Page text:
327. Brian Eno - Another Green World (1975)
1. Sky Saw
2. Over Fire Island
3. St Elmo's Fire
4. In Dark Trees
5. Big Ship
6. I'll Come Running
7. Another Green World
8. Sombre Reptiles
9. Little Fishes
10. Golden Hours
13. Everything Merges With The Night
14. Spirits Drifting
So it's another Brian Eno album, and I am going to gush again so you can skip the review down to the 10/10 now if you want. I am such a Brian Eno fanboy it is not even funny. So, yes, Another Green World, Eno goes more seriously into the concept of ambient music than before, he wasn't the first, you had Tangerine Dream here doing ambient before, but you just need to listen to the two albums side by side to get an idea of qualitative difference.
Perfection is a difficult word to use to any music, but here each and every individual track is perfect, the sung tracks as well as the pure ambient tracks. This is not to say that the album gels perfectly, but that each little cell that composes it is a gem.
Interestingly Eno is not going for one kind of ambient in his music, this isn't composed of 20 minute long tracks of cold and snowy soundscapes, these are little vignettes of ambient, each creating a different mood and soundscape in your mind, actually it is quite easy to figure out what they are by the track titles, as the tracks do exactly what it says in the tin. In Dark Trees sounds like a dark forest at night, while actually having no captured sounds of birds or anything, it doesn't work at a cerebral level it just evokes that exact emotion of being in a dark forest at night, with a train whistling in the background.
This is beautiful, ground breaking and so expertly done that it is a mark of genius, this would be extensively influential and from the first second of the album in Sky Saw you can see where David Bowie will be getting his sounds later in the decade, with the help of Eno. One experience I had a few years ago was walking through the deserted streets of Evora, my home town, at night with this on my mp3 player, and you just look at everything differently, you feel like an alien just arrived here, it is eerie, and amazing. Oh and Sigur Ros made a whole career around The Big Ship as well, so get it from Amazon UK or US.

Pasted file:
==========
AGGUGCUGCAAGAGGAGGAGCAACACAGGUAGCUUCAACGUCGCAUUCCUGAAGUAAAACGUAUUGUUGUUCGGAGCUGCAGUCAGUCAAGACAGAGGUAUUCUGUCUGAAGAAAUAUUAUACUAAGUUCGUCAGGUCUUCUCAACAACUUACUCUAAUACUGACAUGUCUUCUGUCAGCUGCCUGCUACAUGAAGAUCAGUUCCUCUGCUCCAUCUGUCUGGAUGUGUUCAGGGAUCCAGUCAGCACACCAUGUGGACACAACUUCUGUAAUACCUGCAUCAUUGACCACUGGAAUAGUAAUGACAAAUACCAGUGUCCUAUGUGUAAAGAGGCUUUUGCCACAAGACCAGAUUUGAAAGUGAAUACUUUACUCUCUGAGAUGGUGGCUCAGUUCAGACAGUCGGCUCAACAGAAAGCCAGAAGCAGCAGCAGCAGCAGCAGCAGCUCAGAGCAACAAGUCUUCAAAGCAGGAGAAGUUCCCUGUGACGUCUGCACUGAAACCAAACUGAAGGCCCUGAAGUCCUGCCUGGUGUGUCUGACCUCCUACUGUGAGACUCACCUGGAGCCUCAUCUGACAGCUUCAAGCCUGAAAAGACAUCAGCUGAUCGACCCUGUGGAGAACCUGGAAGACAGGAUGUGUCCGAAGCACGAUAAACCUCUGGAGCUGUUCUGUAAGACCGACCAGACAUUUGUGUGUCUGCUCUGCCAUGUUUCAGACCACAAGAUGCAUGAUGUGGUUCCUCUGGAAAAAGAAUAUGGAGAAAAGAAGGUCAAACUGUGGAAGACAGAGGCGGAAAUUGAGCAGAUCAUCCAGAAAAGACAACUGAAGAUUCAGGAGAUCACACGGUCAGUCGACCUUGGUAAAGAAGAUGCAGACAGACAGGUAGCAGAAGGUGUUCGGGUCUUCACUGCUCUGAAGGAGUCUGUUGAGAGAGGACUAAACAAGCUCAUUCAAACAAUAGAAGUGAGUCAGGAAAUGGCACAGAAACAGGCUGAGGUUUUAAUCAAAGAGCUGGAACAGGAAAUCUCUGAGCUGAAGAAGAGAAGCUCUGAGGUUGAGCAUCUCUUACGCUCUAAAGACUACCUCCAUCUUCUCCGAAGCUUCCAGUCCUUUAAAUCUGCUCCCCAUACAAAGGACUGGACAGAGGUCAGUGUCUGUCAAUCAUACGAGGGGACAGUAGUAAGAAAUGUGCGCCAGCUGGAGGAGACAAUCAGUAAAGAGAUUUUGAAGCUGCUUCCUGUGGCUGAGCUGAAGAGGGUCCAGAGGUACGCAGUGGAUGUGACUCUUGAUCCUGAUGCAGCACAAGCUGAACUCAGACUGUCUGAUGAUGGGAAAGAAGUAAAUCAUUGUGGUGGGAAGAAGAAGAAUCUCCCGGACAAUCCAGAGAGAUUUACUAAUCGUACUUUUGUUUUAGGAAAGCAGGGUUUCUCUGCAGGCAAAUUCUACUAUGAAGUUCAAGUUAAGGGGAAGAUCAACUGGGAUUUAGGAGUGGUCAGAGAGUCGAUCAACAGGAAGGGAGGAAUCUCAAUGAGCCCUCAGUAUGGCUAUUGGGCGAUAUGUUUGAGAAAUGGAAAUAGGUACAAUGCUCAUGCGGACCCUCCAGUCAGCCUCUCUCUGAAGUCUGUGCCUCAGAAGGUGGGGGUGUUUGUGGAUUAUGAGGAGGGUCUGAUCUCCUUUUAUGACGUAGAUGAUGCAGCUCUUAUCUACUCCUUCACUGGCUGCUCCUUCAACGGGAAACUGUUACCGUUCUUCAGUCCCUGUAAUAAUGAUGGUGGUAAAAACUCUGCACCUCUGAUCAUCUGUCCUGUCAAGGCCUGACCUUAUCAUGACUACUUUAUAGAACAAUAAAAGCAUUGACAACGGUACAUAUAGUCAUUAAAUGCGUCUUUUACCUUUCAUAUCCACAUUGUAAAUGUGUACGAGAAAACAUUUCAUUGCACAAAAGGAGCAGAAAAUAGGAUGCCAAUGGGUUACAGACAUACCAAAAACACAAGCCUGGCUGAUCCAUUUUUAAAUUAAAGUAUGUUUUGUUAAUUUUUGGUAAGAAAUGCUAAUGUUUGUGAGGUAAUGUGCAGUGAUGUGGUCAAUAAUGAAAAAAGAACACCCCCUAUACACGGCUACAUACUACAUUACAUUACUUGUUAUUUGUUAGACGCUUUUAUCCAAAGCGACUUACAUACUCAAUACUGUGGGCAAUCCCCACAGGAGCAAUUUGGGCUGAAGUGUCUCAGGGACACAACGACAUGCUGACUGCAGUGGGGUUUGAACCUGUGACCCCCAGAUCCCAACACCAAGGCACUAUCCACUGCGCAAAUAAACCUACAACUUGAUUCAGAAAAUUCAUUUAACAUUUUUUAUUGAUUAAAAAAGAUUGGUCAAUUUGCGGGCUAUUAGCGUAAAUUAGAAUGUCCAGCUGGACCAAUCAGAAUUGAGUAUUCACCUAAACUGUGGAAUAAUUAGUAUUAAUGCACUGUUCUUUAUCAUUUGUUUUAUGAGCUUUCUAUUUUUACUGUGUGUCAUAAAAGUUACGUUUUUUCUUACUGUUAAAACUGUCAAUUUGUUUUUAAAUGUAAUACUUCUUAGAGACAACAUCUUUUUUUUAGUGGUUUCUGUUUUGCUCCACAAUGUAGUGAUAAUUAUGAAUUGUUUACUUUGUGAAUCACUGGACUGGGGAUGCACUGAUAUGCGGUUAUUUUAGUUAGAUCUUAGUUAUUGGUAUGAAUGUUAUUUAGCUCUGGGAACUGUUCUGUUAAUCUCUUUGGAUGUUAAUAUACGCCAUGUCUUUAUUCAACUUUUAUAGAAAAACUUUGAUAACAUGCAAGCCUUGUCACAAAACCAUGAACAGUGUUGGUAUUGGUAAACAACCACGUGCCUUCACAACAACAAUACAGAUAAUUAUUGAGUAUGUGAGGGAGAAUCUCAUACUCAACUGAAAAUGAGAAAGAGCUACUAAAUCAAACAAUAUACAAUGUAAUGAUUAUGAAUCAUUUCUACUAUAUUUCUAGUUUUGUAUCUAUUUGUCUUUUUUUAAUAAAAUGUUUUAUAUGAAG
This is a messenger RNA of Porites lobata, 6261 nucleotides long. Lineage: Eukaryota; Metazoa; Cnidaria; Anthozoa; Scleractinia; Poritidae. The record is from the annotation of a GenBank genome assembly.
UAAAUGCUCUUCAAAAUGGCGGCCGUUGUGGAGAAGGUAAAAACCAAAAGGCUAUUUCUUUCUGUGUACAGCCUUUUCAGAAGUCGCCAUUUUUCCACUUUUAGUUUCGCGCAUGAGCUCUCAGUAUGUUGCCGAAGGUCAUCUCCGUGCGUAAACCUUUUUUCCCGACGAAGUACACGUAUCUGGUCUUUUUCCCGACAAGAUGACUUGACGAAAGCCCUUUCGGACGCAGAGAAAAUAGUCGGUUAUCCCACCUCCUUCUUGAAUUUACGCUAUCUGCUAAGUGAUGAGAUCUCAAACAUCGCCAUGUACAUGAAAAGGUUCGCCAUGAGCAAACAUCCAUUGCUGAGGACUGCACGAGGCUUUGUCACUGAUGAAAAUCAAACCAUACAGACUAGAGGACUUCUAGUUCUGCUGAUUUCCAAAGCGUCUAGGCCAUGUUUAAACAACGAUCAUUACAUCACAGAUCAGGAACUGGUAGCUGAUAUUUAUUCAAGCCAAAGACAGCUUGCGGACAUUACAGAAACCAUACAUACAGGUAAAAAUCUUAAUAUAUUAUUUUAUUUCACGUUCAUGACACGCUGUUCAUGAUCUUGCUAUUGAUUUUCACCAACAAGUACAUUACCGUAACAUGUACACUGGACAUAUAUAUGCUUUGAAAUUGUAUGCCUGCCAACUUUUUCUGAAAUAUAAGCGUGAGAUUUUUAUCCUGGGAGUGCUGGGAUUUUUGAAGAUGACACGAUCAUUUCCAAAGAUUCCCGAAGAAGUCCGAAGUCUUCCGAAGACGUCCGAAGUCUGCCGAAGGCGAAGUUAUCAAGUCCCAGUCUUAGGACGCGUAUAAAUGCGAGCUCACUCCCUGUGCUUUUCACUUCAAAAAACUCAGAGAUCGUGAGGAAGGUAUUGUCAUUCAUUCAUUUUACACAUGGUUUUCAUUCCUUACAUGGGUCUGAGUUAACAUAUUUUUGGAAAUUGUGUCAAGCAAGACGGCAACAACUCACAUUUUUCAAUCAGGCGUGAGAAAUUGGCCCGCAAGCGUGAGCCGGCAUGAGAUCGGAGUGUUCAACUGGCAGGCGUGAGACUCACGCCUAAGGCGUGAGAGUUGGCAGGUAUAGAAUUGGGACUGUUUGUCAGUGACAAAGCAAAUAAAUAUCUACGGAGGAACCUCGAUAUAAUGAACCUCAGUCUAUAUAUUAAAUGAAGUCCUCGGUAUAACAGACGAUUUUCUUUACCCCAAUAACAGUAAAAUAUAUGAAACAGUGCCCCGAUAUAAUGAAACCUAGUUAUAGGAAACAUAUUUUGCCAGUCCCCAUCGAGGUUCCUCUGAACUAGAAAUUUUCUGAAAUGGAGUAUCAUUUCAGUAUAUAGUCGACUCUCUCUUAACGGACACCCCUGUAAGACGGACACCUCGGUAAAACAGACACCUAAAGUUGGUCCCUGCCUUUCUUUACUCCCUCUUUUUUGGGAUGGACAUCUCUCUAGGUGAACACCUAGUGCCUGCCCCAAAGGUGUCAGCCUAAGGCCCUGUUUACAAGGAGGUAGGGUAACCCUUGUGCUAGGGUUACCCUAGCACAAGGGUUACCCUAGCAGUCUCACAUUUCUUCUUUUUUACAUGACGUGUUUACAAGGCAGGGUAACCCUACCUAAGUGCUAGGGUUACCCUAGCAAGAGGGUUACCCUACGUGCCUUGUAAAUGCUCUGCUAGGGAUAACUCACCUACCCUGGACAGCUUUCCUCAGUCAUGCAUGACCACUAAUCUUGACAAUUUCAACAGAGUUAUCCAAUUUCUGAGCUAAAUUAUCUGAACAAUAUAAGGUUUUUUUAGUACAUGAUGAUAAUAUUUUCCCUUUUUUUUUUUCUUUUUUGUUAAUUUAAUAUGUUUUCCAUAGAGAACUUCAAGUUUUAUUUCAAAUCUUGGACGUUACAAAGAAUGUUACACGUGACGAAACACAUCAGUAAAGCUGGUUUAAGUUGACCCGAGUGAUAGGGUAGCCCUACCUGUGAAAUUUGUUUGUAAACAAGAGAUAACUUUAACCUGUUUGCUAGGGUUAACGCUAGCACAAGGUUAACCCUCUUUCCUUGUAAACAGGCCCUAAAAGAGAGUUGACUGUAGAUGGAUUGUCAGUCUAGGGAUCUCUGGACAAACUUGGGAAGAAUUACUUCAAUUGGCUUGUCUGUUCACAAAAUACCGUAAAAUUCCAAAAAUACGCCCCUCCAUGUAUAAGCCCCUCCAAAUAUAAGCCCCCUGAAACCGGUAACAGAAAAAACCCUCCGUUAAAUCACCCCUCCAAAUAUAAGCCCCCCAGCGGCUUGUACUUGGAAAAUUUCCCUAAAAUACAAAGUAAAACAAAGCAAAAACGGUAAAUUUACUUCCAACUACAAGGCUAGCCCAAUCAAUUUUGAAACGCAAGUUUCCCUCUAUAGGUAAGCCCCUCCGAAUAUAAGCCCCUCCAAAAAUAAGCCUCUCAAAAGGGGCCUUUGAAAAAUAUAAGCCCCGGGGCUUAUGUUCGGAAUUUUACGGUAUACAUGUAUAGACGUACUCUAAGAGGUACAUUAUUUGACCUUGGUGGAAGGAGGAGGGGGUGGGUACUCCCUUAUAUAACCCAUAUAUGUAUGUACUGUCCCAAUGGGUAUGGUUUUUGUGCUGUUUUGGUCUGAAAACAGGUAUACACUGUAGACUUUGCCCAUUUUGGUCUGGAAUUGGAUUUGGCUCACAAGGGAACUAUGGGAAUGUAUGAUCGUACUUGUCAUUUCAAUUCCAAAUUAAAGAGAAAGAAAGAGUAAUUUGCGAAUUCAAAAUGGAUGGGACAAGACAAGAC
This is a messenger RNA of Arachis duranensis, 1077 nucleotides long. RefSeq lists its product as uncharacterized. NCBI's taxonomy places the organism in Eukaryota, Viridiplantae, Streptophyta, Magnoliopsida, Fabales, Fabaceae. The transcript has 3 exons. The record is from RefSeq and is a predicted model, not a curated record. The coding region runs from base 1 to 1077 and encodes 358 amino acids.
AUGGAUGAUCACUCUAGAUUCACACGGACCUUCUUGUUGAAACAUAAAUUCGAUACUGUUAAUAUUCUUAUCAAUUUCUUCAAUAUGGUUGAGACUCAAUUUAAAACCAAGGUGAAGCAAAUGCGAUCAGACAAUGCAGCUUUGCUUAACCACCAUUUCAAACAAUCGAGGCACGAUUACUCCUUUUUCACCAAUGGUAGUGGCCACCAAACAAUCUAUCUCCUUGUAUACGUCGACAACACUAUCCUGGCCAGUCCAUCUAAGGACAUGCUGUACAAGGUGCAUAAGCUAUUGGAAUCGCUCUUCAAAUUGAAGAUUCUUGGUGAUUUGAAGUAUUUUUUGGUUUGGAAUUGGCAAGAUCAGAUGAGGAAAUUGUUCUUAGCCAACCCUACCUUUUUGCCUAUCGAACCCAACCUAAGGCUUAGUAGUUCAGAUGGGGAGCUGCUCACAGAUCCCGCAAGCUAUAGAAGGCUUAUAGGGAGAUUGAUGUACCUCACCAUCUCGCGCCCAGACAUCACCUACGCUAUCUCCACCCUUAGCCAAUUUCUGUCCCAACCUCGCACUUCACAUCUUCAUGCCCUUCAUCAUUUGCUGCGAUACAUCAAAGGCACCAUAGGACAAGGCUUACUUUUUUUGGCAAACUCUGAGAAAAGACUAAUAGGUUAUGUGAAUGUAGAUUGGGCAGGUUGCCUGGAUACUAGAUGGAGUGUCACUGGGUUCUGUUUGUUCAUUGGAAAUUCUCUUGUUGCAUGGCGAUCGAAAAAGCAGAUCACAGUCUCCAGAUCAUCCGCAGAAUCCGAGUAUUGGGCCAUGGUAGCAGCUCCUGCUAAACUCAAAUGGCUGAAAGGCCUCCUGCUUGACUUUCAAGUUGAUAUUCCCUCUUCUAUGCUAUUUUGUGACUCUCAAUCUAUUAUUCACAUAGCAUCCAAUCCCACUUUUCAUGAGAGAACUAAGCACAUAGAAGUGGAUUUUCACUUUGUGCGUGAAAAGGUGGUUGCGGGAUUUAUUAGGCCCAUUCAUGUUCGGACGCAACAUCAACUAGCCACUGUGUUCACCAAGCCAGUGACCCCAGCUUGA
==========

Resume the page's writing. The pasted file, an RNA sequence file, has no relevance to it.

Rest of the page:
1. St. Elmo's Fire
2. The Big Ship
3. In Dark Trees
4. I'll Come Running
Critically acclaimed, the album marks a fundamental shift in Eno's musical expression, farther away from conventional song structure than ever before, and increasingly bizarre and iconoclastic. This inevitably made the album less mainstream, and to some listeners less accessible, than his previous work.
The album has fourteen tracks and only five with vocals. Many of these tracks laid the foundation for Eno’s future ambient career. Much of the album is accented by a mixture of an array of sounds mixed in the far background. The musical textures have been cited as a significant influence on David Bowie's 'Berlin Trilogy' (1977-79), upon which Eno collaborated.
Though the album begins with a harsh, aggressive piece titled "Sky Saw", most of this album has a gentler approach than Eno’s previous works. The atmosphere is an unusual combination of whimsical humour and melancholy serenity, sometimes on the same track.
"St. Elmo's Fire," one of the tracks featuring Eno on vocals, showcases a guitar solo by Robert Fripp, frequently cited as one of the most melodic and beautiful of his career. In the liner notes for the track, Fripp is said to play the "Wimshurst guitar"; an example of Eno's use of descriptive names for instruments used - Eno likened Fripp's solo to the way sparks jump between the electrodes of the Wimshurst Machine generator. Elsewhere Fripp is described as playing "Wimborne guitar" on the track "Golden Hours," a joke on Fripp's birth in Wimbourne, England.
"Zawinul/Lava" is an instrumental piece with piano, fretless bass and percussion. It reflects a sparse, airy atmosphere similar to Eno’s later album Ambient 1/Music for Airports.
The title track is famous in the UK as the theme music for the BBC TV arts series Arena.
Pitchfork Media ranked the album number ten on their Top 100 Albums of the 1970s. In 2003, the album was ranked number 433 on Rolling Stone magazine's list of the 500 greatest albums of all time.
An Amateur Motion Sickness Video to the sound of St. Elmo's Fire: